Oliver Hart. Image from With Christ on the Ancient Paths blog.
(1723-1795) Oliver Hart was born in Warminster, Pennsylvania. He was one of the most influential religious, social, and political leaders of the pre–Revolutionary War South. He began his adult life as a carpenter, though he was also licensed to preach by the Philadelphia Association (Baptist) in 1746. In 1749, after receiving a request from the Charleston Baptist Church for help in locating a pastor, the association encouraged Hart to answer the call and ordained him to the ministry. The Charleston church accepted Hart’s unannounced arrival as a sign from God and installed him as minister in 1750, despite his meager education. He would hold that position for thirty years, leading the church in the Regular Baptist tradition. The church’s trust was well placed. After educating himself, Hart became a leader not only to his congregation but to Baptists in the entire region. His Regular Baptist heritage inspired him to recruit worthy young men to enter the ministry and to challenge the Charleston Association and the Charleston Religious Society to raise the funds needed for the education of these ministerial prospects.
In 1749, Hart left Pennsylvania, one of the twenty-nine signers of a document adopted by the Philadelphia Association on the place and authority of an association in Baptist life. The association, as an organizational form, advocates a single denominational structure to support missions and ministry in a geographical area, as opposed to the society form of organization, which creates multiple organizations for the support of a variety of ministries. Hart brought associational organization to South Carolina, and Baptists in the state would in turn advocate it for the Southern Baptist Convention.
Hart also become a champion of liberty, equality, and cooperation among Christians. He encouraged ministers to preach to Native Americans (thereby recognizing their humanity), and he opposed slavery. In 1775 Hart’s involvement in the Revolutionary cause, especially in the recruitment of support for the patriots, both in Charleston and in the backcountry, forced him to flee for a time with his family to the Euhaw tribal lands. By 1777, with the support of Baptist leaders in Virginia, Hart became an activist for religious liberty in South Carolina. In 1780 he was driven once again to the Euhaws by the British advance. From there he went to Hopewell, New Jersey, where he served as pastor until his death. Hart never returned to Charleston, though Richard Furman who succeeded him in the pulpit at Charleston expressed a willingness to step down in deference to his leadership at any time.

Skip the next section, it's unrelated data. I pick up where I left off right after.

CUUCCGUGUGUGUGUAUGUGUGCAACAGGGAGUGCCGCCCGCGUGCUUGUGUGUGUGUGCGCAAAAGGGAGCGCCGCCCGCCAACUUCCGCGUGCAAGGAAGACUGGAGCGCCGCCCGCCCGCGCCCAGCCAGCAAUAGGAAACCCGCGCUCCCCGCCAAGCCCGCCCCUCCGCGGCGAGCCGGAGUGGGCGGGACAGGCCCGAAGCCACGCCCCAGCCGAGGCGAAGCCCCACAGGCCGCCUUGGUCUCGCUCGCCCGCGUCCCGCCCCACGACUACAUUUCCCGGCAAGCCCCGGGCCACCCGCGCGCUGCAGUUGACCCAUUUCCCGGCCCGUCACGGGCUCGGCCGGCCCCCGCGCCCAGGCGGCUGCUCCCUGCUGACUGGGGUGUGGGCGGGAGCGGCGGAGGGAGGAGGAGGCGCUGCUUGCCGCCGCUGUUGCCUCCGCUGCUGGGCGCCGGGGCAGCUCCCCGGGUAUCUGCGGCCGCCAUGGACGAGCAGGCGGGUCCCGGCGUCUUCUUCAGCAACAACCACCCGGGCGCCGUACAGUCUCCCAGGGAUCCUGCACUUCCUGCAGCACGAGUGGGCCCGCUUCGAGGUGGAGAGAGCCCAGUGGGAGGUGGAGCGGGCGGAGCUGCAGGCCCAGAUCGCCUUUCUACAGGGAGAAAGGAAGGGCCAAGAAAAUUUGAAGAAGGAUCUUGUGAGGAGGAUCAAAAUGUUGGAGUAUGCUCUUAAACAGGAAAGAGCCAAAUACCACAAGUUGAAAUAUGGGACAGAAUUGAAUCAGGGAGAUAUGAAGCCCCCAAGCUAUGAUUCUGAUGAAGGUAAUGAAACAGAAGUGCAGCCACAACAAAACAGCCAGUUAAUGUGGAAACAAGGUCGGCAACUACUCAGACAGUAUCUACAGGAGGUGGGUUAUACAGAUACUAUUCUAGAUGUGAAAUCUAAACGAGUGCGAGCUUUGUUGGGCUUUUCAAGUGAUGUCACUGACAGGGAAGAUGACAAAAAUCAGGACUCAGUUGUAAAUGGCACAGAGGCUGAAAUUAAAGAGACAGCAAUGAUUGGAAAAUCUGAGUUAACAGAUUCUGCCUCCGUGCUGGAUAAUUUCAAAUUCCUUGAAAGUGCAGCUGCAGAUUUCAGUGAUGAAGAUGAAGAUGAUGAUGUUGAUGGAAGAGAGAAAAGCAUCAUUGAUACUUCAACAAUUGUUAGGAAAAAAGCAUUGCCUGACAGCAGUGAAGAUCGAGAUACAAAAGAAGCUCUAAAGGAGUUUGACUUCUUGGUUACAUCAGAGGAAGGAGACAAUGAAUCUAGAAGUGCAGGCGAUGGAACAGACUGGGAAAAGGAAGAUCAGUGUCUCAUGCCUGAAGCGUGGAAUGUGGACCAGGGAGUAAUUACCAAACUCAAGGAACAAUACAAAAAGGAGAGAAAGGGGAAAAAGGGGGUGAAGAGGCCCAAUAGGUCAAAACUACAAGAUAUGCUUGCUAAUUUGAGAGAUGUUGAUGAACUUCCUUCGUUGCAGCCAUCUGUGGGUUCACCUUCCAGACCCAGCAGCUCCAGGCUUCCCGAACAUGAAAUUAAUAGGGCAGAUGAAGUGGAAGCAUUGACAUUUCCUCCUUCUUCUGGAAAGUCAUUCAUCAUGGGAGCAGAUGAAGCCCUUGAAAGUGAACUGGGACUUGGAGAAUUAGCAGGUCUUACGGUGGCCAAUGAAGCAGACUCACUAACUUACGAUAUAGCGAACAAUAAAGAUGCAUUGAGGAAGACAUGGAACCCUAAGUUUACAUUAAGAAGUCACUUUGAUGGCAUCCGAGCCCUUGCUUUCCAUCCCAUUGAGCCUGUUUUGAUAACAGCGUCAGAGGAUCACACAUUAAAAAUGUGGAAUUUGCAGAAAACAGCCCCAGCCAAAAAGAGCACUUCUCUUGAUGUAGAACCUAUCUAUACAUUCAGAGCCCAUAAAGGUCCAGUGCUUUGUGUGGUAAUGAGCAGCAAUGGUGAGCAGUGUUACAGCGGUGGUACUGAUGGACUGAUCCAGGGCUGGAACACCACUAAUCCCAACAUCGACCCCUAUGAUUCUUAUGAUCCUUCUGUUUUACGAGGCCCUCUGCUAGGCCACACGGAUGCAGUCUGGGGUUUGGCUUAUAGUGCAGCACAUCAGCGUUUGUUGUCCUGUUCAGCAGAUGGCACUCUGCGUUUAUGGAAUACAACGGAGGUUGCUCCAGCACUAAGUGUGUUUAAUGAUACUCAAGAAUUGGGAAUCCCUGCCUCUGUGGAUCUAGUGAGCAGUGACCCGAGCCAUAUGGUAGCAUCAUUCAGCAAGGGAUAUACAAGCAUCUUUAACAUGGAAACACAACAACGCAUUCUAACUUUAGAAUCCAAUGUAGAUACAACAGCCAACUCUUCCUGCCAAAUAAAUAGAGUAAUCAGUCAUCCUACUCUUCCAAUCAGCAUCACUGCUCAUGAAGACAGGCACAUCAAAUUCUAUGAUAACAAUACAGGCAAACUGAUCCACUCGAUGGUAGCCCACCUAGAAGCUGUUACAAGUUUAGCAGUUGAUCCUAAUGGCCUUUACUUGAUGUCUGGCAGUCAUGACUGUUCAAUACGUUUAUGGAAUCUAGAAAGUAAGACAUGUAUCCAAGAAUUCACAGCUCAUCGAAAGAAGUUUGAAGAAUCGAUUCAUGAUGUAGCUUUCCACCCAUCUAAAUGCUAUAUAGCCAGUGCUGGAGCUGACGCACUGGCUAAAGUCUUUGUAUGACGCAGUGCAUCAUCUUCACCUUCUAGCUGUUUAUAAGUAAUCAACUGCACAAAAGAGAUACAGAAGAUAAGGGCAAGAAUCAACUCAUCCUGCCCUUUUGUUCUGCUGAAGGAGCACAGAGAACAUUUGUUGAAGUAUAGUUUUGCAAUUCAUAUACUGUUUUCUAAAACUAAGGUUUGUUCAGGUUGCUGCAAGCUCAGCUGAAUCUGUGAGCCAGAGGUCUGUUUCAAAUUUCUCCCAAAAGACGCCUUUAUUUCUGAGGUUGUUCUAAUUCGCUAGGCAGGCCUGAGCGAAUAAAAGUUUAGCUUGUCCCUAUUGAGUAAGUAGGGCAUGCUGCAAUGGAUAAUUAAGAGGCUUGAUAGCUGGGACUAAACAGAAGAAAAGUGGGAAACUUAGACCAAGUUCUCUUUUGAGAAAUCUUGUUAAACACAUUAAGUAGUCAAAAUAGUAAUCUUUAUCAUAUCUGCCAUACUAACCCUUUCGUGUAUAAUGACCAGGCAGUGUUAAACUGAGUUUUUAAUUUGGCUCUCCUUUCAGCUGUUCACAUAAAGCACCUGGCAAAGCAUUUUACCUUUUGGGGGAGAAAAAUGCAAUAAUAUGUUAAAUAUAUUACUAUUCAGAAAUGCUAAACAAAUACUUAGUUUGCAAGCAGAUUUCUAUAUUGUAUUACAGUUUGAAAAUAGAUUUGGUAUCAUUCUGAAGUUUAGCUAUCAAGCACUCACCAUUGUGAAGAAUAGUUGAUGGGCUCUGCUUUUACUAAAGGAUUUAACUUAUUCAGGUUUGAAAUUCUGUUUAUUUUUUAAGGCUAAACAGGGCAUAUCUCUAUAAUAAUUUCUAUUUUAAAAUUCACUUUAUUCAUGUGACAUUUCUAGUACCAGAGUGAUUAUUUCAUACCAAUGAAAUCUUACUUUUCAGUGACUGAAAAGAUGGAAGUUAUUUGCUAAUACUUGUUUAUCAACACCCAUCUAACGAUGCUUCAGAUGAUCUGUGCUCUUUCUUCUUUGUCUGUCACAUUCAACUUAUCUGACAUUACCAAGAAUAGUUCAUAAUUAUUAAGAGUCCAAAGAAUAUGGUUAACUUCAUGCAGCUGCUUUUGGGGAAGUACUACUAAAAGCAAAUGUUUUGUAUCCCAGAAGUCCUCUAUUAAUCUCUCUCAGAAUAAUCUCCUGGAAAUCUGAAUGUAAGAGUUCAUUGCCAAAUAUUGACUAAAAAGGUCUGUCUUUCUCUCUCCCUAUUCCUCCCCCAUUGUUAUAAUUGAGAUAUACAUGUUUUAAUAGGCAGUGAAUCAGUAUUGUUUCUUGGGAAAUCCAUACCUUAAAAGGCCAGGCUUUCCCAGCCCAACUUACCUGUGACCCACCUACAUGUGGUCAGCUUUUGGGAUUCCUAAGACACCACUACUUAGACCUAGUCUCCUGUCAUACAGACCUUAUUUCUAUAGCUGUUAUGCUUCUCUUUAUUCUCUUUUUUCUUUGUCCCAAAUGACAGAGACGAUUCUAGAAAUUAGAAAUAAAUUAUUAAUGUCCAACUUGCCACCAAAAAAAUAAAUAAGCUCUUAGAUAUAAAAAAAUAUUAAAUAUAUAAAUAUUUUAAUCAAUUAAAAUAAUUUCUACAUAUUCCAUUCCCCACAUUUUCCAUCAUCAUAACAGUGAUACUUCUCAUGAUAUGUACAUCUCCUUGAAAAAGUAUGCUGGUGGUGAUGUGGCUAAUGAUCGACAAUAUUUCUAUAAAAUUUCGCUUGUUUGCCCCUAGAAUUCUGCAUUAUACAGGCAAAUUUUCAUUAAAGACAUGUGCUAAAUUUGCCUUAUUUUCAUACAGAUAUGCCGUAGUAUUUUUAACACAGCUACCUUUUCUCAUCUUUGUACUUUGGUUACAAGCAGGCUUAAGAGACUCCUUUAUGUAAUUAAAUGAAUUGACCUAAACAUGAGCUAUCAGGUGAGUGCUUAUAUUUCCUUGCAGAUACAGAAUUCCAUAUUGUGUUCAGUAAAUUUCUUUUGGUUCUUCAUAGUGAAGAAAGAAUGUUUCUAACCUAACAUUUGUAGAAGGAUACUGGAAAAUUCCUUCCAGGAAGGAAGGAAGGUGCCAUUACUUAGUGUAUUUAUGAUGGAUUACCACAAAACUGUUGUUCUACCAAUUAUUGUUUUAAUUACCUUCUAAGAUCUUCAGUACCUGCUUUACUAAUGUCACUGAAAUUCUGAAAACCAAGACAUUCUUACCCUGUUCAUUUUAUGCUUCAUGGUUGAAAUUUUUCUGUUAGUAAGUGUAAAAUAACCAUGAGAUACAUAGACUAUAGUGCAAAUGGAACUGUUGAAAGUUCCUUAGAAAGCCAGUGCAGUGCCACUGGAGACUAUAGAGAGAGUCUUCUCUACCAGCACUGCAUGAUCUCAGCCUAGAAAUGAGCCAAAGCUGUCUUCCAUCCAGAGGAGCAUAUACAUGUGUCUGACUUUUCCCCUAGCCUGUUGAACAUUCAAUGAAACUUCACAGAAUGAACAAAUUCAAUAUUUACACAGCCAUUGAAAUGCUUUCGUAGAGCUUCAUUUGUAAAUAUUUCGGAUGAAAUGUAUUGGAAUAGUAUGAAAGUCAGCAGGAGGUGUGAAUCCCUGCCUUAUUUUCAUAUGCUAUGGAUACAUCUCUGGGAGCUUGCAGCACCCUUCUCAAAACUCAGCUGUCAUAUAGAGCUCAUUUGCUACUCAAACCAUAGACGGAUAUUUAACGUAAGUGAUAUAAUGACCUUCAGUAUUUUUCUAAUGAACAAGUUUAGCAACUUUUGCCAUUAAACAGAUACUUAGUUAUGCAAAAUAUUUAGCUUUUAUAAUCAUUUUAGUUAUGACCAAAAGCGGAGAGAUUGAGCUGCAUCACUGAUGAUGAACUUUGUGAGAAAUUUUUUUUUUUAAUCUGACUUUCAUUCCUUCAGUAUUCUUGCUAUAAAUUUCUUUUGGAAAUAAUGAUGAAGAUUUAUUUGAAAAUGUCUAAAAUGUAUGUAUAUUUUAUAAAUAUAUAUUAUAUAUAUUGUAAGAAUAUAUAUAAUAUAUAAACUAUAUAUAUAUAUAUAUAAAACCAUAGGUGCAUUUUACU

Hart was married twice, first to Sarah Brees in 1747, who was the mother of four children who survived infancy (Eleanor, Oliver, John, Mary Baker). His second marriage in 1774 was to Anne Sealey Grimball, who gave him one son, William Rogers. Hart died in Hopewell, New Jersey and was buried in the Southampton Old School Baptist Cemetery in Southampton, Pennsylvania.